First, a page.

The 2014 bill follows in this pattern, with 147 goals including 13 “overall objectives” and 18 “principal negotiating objectives” divided into 134 sub-objectives, infra-sub-objectives, and sub-infra-sub-objectives, specific goals. Many are continued from previous bills – open access to WTO dispute panels in the transparency section, reduced use of state trading companies in agriculture – while some take new approaches to older questions and at least one opens up a genuinely new field of trade policy.

(a) New Issues: The 2014 bill adds three new “principal objectives” to the 2002 list, while dropping a couple of older ones. One of the new features, currency policy, is in fact covered by an old WTO agreement but hasn’t been a feature of recent FTAs. Two others – competition with state-owned enterprises and “forced localization” of investment, production, and research – reflect rising concern over nationalistic policies common in large emerging economies. And also new is a reference to utilization of global value chains in manufacturing and services trade, in addition to the end-of-the-chain tariff, customs and regulatory issues common to previous bills.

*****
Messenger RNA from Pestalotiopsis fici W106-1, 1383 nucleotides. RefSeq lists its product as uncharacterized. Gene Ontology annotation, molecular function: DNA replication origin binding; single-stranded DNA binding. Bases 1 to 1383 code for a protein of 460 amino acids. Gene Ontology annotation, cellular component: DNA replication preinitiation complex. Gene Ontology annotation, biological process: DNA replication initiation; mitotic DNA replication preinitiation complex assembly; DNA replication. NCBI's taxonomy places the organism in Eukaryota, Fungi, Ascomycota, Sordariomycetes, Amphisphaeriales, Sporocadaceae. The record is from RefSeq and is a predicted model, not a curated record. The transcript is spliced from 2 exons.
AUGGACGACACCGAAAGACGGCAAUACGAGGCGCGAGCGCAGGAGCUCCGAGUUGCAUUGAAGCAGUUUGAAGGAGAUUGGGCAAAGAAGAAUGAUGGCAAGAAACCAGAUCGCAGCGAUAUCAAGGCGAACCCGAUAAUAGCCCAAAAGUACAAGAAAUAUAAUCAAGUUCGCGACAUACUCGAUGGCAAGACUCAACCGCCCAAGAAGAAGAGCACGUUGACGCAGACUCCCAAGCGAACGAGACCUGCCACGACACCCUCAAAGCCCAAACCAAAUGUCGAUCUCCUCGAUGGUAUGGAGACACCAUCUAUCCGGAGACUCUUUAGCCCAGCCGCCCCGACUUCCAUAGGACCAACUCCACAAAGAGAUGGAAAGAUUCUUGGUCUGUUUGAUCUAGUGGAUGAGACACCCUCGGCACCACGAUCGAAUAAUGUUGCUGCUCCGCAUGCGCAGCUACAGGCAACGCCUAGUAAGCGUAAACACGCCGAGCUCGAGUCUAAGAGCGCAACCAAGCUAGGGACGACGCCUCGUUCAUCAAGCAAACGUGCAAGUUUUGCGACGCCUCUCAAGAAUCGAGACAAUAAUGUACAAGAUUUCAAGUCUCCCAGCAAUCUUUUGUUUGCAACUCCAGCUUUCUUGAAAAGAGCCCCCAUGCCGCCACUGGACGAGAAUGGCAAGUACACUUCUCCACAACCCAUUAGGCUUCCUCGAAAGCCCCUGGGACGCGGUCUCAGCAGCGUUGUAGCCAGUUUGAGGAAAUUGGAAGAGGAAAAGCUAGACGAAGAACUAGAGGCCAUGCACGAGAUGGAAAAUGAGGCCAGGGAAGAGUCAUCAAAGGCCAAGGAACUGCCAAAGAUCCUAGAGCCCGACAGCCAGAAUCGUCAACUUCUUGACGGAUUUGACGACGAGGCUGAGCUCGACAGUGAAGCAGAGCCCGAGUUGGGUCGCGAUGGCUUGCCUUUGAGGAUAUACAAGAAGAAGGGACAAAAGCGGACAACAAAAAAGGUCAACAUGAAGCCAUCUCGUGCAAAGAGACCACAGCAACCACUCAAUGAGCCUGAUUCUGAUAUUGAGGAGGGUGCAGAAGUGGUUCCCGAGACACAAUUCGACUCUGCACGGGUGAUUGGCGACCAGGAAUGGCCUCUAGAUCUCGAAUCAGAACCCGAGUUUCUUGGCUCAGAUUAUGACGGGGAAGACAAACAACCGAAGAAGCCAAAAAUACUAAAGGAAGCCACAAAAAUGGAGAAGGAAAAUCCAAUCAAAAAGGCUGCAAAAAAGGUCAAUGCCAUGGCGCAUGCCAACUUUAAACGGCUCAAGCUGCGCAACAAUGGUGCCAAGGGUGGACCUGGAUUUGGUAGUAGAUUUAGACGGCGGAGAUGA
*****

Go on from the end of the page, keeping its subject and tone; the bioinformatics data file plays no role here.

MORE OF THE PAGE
(b) Labor, Environment, & Development: Measured against its predecessors, the 2014 bill marks a success for (i) liberals hoping to join trade liberalization with attention to labor and environmental policies, and also (ii) for people with a developmental interest hoping to help poor countries manage big complex agreements. In particular, this version is the first negotiating authority bill to use multilateral environmental agreements and International Labor Organization core standards as points of reference for these issues, codifying the “May 10th” agreement between House Democrats and the Bush administration in 2007.  The 2002 bill, by contrast, used enforcement of existing national laws along the lines of the North American Free Trade Agreement’s ‘side agreements’ and the FTAs negotiated between 2000 and 2006. It also adds a complementary section on ‘capacity-building’ meant to encourage technical support, advice, and assistance to low-income countries as they put new agreements into effect.